According to a report by S Gangopadhyay on Indian Metro system, the demand forecasts for metro rail projects in Indian cities have not been accurate. In the first metro rail project in India for the Kolkata metro, the annual passenger volume estimated was 623.7 million trips for the year 2000, however, the actual number of passenger trips on the metro railway during 1999–2000 was only 55.8 million, which is around one-eleventh of the estimated traffic in 1990. Similarly, expected ridership of the Delhi metro rail has been modified several times since the commencement of the project in year 2002. The Delhi Metro Rail Corporation had initially expected ridership of metro rail to be 1.5 million passenger trips per day (ppd) for 2005, which was further reduced to 0.7 million ppd by March, 2006. However, the traffic has improved now with increased network of metro in various cities, the gap between projection and reality is still wide.

A data analysis of Metro traffic in seven major cities, including Delhi, Kolkata, Bengaluru, Hyderabad, Jaipur, Chennai and Mumbai shows that barring Delhi, no other Metro service has a daily footfall of over 1 million. Delhi has a footfall of around 2.5 million. Besides, the average Metro fares per kilometre in India ranges between Rs 1 and Rs 3.5 per km. Mumbai Metro is the most expensive, while Kolkata Metro is the cheapest with an average fare of Rs 0.9 per km .

Land Acquisition, Resettlement and Rehabilitation (R&R) related Issues:

Metro cities of developing countries throughout the world are densely populated with little availability of land for such mega infrastructure projects. Land acquisition has always been an integral part of any mega infrastructure project. Efforts are always made to minimise the land acquisition as to minimise its socio-economic impacts.  The land acquisition in some areas along the metro corridors sometimes becomes inevitable as no other option related to lower resettlement impact is feasible due to technical reasons.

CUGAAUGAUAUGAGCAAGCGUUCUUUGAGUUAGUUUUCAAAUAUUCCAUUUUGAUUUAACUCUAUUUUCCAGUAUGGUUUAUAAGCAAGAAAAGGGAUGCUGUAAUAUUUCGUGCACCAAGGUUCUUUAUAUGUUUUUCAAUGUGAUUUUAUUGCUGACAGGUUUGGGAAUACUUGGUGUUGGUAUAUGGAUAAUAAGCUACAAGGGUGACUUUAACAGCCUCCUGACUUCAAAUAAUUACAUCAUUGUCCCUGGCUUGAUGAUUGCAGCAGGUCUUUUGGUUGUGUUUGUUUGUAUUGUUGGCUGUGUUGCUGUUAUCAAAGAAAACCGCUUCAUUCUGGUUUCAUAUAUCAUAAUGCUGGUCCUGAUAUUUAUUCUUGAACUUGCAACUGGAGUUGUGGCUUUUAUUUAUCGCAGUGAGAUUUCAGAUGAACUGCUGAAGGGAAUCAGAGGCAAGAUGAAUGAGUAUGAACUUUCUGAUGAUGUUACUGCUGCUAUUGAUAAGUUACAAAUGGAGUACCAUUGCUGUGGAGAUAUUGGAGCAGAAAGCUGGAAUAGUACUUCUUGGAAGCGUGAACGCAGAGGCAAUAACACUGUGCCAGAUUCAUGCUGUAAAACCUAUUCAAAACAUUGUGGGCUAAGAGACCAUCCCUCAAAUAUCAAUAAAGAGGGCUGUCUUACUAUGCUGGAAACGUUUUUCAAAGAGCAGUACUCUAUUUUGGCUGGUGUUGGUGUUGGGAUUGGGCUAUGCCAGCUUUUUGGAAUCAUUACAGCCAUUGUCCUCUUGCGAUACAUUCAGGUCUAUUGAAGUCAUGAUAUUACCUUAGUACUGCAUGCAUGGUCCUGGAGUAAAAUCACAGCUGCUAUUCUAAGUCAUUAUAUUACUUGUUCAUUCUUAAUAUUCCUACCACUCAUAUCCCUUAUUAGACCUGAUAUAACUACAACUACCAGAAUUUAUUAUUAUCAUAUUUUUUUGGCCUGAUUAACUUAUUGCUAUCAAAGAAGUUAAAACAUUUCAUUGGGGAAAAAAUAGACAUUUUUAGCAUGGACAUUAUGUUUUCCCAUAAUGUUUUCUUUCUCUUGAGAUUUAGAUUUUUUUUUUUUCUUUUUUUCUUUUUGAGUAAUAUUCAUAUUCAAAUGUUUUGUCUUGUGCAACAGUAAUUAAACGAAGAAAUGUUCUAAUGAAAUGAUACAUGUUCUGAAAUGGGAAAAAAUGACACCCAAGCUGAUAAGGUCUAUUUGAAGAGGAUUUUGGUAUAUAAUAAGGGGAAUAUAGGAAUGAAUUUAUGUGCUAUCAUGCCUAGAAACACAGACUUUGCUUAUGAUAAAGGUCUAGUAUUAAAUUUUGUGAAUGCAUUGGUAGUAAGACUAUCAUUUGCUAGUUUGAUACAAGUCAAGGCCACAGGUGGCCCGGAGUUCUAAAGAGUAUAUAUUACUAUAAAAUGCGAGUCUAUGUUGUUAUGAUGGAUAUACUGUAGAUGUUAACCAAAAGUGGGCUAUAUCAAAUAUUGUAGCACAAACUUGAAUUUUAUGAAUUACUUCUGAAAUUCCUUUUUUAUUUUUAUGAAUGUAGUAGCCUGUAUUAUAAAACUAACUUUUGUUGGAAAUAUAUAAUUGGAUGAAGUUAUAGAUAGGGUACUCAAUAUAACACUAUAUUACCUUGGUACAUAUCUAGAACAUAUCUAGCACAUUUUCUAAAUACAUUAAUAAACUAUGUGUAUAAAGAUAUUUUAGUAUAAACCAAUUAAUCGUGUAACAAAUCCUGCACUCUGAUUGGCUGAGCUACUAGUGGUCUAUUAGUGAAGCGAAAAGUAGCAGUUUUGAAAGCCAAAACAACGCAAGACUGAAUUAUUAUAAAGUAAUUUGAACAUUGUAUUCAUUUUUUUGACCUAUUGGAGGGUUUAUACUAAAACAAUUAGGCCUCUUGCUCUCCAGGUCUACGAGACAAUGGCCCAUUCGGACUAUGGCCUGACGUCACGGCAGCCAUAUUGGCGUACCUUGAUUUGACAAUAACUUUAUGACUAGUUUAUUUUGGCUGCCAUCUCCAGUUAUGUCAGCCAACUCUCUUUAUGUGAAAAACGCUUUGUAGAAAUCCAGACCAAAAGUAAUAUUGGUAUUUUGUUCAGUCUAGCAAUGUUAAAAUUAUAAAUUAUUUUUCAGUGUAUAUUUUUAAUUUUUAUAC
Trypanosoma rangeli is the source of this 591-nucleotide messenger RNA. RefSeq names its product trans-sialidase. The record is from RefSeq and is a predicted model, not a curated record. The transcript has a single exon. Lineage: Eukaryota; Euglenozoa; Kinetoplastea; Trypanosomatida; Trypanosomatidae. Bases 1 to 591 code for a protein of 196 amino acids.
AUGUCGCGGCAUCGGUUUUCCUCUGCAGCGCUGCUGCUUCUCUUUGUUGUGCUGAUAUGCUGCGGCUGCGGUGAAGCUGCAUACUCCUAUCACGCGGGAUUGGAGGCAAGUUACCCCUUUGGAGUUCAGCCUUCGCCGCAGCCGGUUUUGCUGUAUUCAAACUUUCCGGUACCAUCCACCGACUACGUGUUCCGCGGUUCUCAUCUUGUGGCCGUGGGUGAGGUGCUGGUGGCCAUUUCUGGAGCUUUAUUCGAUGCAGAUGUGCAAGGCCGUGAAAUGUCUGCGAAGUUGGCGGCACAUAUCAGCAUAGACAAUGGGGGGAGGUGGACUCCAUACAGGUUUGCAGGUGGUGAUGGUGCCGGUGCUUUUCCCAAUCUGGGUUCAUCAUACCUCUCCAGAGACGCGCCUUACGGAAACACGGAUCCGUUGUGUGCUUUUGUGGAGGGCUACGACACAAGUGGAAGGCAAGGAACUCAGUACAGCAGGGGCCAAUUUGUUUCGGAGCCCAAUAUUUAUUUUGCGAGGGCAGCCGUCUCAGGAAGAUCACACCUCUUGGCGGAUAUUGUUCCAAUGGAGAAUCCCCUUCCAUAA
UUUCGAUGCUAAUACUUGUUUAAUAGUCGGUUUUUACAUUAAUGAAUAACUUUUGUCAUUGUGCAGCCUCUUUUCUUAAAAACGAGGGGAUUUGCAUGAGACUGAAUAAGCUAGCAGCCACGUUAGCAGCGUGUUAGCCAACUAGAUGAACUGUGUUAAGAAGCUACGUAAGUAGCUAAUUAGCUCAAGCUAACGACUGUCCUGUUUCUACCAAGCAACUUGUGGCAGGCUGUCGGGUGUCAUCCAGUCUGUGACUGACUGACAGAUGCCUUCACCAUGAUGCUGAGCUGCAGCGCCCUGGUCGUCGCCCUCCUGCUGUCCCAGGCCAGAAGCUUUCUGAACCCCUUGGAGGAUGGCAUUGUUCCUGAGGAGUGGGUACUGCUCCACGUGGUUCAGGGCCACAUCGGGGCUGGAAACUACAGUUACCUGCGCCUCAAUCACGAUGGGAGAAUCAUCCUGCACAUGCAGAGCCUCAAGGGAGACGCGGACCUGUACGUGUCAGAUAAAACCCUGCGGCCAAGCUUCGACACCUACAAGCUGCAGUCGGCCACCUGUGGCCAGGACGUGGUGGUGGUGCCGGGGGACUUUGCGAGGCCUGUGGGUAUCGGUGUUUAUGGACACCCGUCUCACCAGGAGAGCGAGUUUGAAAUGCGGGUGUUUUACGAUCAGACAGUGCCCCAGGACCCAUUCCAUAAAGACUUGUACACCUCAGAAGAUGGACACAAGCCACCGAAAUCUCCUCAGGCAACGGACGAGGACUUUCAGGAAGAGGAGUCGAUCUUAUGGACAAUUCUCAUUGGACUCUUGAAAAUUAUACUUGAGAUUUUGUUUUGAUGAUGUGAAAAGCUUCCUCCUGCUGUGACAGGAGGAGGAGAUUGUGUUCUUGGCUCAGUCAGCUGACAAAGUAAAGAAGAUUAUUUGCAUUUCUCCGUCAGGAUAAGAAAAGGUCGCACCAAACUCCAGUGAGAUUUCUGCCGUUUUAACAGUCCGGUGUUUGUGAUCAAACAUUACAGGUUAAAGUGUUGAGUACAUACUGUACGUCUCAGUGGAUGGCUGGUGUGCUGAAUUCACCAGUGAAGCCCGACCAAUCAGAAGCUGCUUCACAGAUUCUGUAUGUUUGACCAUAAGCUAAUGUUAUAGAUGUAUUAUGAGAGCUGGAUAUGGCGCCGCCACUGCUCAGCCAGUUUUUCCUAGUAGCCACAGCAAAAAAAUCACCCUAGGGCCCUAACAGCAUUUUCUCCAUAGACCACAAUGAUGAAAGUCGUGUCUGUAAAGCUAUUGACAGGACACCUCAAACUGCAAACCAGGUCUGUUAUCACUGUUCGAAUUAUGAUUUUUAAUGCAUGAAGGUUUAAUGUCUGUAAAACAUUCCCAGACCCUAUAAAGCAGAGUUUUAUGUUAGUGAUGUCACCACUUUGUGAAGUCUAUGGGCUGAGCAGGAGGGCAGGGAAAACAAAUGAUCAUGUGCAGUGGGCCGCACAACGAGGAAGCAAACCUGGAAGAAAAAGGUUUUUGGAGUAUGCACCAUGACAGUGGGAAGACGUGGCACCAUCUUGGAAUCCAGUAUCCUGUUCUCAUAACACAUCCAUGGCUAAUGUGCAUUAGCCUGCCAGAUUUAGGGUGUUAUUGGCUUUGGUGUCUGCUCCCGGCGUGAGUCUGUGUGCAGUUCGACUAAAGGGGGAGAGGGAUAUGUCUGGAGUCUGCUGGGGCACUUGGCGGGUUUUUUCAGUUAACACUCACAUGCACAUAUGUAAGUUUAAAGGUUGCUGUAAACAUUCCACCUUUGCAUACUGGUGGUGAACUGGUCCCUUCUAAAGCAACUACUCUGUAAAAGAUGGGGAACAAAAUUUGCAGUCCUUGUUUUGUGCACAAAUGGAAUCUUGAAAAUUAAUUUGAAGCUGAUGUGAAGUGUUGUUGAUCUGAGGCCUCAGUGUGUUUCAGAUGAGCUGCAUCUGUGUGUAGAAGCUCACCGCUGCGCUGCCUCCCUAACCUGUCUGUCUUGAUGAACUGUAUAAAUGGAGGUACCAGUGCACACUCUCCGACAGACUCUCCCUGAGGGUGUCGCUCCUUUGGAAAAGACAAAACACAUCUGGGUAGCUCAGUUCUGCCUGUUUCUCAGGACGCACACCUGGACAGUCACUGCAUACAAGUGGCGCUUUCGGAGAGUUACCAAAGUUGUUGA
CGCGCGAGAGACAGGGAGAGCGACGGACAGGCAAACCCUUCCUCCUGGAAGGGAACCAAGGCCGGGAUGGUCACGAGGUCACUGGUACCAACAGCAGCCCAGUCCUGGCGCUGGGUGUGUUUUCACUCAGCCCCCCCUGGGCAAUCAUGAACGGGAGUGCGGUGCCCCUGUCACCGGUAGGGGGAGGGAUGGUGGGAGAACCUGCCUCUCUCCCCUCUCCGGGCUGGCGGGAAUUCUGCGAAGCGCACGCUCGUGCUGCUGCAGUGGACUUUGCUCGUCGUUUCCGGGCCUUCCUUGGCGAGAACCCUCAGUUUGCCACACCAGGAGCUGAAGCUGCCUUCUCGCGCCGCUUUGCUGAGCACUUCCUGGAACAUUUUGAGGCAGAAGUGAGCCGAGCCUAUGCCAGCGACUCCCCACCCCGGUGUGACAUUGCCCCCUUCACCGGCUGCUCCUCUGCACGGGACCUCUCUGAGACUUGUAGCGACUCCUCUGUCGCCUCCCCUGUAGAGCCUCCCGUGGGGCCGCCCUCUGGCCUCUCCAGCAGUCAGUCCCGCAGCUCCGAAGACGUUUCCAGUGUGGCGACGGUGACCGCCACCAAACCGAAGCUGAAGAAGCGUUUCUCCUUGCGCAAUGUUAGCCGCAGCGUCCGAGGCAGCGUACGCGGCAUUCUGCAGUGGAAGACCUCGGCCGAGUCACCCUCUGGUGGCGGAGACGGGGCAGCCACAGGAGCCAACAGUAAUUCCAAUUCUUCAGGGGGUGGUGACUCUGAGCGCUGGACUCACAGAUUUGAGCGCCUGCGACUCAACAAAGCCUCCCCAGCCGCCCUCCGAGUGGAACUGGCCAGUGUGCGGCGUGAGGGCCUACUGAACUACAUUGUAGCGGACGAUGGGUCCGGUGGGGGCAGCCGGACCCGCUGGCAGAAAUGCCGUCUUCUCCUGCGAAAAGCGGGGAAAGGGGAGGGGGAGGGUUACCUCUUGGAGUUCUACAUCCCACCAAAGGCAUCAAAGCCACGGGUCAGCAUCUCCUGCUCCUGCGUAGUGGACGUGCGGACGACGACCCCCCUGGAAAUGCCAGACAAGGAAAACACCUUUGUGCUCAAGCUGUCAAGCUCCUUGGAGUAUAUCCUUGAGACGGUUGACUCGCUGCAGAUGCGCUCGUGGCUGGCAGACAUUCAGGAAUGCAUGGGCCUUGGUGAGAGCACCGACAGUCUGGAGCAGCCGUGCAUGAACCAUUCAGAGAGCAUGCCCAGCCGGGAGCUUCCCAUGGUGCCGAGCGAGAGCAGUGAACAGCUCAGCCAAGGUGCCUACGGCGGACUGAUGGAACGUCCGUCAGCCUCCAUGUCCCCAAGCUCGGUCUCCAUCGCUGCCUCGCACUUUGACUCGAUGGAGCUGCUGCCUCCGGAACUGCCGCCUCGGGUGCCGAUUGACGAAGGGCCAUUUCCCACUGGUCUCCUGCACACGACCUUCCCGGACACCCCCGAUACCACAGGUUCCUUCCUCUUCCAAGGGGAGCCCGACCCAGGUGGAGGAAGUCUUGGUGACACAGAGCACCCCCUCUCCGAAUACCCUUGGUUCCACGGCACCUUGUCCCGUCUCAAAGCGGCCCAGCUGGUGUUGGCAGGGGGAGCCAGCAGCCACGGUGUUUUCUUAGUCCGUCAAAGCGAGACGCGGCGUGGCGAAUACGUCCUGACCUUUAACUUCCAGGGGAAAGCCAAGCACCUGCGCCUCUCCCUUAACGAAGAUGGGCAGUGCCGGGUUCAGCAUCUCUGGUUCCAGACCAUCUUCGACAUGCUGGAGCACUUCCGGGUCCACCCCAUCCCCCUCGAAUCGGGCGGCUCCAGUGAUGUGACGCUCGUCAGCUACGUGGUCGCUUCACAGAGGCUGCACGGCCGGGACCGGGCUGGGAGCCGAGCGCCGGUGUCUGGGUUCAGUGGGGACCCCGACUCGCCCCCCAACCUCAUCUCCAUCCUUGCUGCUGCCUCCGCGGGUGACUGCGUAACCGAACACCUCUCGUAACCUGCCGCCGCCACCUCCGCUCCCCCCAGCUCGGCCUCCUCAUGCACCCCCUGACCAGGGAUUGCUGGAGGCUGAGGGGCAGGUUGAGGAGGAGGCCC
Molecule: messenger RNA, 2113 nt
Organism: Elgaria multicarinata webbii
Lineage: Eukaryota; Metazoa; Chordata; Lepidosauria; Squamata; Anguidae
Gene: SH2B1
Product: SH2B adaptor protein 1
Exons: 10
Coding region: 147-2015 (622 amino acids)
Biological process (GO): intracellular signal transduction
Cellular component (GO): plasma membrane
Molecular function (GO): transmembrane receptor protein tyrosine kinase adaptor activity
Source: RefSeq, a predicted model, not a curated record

The issue of land acquisition is a pre-construction phase activity, for which proper socio-economic and R&R surveys need to be carried out to determine the project affected persons. In Delhi, most of the elevated metro corridors are provided along existing roads or the medians of the roads which  are  mostly owned  by  the  government  agencies  so  that  the  various  impacts related to land acquisition are minimum. Providing metro rail corridors on the one side of existing road corridors ensures that there is no or very minimum additional land acquired by using the existing ROW of the road for metro rail corridors.

In the central business district (CBD) areas and archeologically sensitive areas the metro rail corridor goes underground. Many times some land is acquired temporarily for material storage or to facilitate safety during the construction phase, which is returned to the original owners after the construction.

So we can say that land acquisition for metro rail projects is inevitable. However, it should be kept to a minimum by adopting suitable route alignment and by employing the latest construction techniques which reduce the material and land acquisitions and also result in a reduced overall cost of the project, affecting the financial viability of the project.